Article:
Software Vulnerability Endangers EHR, Devices; HHS Websites Unaffected

The “Heartbleed” bug, discovered last week by two information technology (IT) security teams, caused a vulnerability in a popular encryption software used by many medical professionals to protect patient data. Electronic health record (EHR) systems often use OpenSSL’s encryption software to secure protected health information (PHI). Heartbleed can reveal the contents of a server’s memory to hackers, including private data such as usernames, passwords, and credit card numbers. Attackers are also able to obtain copies of a server’s digital keys, and use those keys to impersonate servers or to decrypt communications. Security experts estimate that 66 percent of all devices connected to the internet, including internet-capable medical devices, could be attacked using Heartbleed.

Heartbleed Danger

According to members of the security team that discovered Heartbleed, the bug allows anyone on the internet to access and read the memory of systems protected by the vulnerable versions of the OpenSSL software. Affected information includes secret keys used to identify service providers and to encrypt data, as well as user names, passwords, and actual saved content, allowing attackers to steal data directly from the services and users and to impersonate services and users. A fixed version of OpenSSL has been released, but the vendors of operating systems, appliances, and independent software all must adopt the fix for each program that uses OpenSSL. Further, users and administrators should change their passwords to prevent use of their accounts by anyone who has accessed their private account information. Passwords changed before the fixed version is installed are not secure.

The security team that discovered Heartbleed said, “We attacked ourselves from outside, without leaving a trace. Without using any privileged information or credentials we were able steal from ourselves the secret keys used for our X.509 certificates, user names and passwords, instant messages, emails and business critical documents and communication.”

Impact on Health Industry

OpenSSL is an open source protocol. Open source means users are universally granted free license to the product, which is not copyrighted. As a result, many health IT-related programs and devices use the protocol, including those that use Apache servers. A “cursory review” conducted by health IT developer Lauren Still found many web-based EHR platforms were vulnerable to the bug. Additionally, some Health Insurance Exchanges operated by states under the Patient Protection and Affordable Care Act (ACA) (P.L. 111-148) were exposed. Medical Device and Diagnostic Industry says that the bug could be used to attack systems used to communicate with insulin pumps, home health care networks, and medical devices such as MRI machines.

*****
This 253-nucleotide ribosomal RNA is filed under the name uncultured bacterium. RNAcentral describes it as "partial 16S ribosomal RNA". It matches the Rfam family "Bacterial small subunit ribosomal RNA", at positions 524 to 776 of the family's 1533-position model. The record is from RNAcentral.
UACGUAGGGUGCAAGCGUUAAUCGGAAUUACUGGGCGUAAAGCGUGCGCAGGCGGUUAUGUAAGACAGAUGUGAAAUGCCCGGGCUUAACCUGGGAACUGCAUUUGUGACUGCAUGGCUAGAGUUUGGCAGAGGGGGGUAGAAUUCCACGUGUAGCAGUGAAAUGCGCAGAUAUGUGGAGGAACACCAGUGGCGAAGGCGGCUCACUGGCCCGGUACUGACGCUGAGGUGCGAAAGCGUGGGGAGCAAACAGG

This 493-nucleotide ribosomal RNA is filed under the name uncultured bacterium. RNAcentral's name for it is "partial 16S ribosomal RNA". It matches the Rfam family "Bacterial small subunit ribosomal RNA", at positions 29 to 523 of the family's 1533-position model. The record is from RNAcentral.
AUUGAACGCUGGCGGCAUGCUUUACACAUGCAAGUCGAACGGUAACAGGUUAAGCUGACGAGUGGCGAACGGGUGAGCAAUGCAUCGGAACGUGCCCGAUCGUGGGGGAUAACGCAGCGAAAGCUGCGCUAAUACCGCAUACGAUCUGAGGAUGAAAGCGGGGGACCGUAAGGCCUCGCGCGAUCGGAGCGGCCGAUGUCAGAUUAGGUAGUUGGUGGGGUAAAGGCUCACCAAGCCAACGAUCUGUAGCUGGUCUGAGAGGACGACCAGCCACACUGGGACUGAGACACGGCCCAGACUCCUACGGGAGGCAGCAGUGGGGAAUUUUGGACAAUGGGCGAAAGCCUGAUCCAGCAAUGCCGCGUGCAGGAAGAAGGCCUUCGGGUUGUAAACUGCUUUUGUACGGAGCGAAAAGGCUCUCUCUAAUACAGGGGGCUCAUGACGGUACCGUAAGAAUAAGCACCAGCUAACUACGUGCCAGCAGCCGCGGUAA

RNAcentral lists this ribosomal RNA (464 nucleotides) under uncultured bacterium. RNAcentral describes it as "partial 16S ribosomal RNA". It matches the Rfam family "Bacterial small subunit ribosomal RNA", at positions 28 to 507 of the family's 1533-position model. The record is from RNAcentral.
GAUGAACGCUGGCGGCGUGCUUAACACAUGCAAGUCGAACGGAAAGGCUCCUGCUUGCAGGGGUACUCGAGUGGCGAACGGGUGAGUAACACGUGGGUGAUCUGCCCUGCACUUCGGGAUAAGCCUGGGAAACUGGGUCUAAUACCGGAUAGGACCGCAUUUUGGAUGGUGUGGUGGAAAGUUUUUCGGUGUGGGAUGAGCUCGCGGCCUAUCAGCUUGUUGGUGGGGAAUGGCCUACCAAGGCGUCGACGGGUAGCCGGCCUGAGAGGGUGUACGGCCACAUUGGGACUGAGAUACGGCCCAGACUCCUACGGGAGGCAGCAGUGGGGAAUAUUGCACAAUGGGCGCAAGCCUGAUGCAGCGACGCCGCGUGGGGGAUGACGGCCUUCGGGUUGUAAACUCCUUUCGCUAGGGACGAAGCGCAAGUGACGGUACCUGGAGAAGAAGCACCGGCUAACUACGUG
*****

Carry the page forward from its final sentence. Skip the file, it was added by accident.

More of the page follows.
Safety of HealthCare.gov, MyMedicare.gov

When the discovery of Heartbleed was announced, the Department of Homeland Security’s (DHS) U.S.-Computer Emergency Readiness Team (US-CERT) issued an immediate alert. Other DHS teams have reached out to vendors and asset owners to notify and assist them in determining vulnerabilities and protecting their data. DHS announced that “the Federal government’s core citizen-facing websites are not exposed to risks from this cybersecurity threat.” Building on DHS’s announcement, a CMS spokesperson stated “Due to CMS’s security protections, HealthCare.gov consumer accounts are not affected by this vulnerability. Additionally, other CMS consumer accounts, including MyMedicare.gov, were not affected by this vulnerability. Per standard practice, CMS continues to work with the states to monitor this issue and ensure that appropriate security measures continue to be in place.”

Developer and cryptography consultant Filippo Valsorda published a tool that allows users to check websites for Heartbleed vulnerability. For websites that require passwords, Last Pass created a similar checker tool. Wolters Kluwer tested a number of HHS websites, and confirmed that in addition to HealthCare.gov, Medicare.gov and the FDA’s online Drug Registration and Listing system were not vulnerable to Heartbleed; tests revealed that MyMedicare.gov and CMS’s EHR Incentive Program Registration & Attestation system may possibly be affected.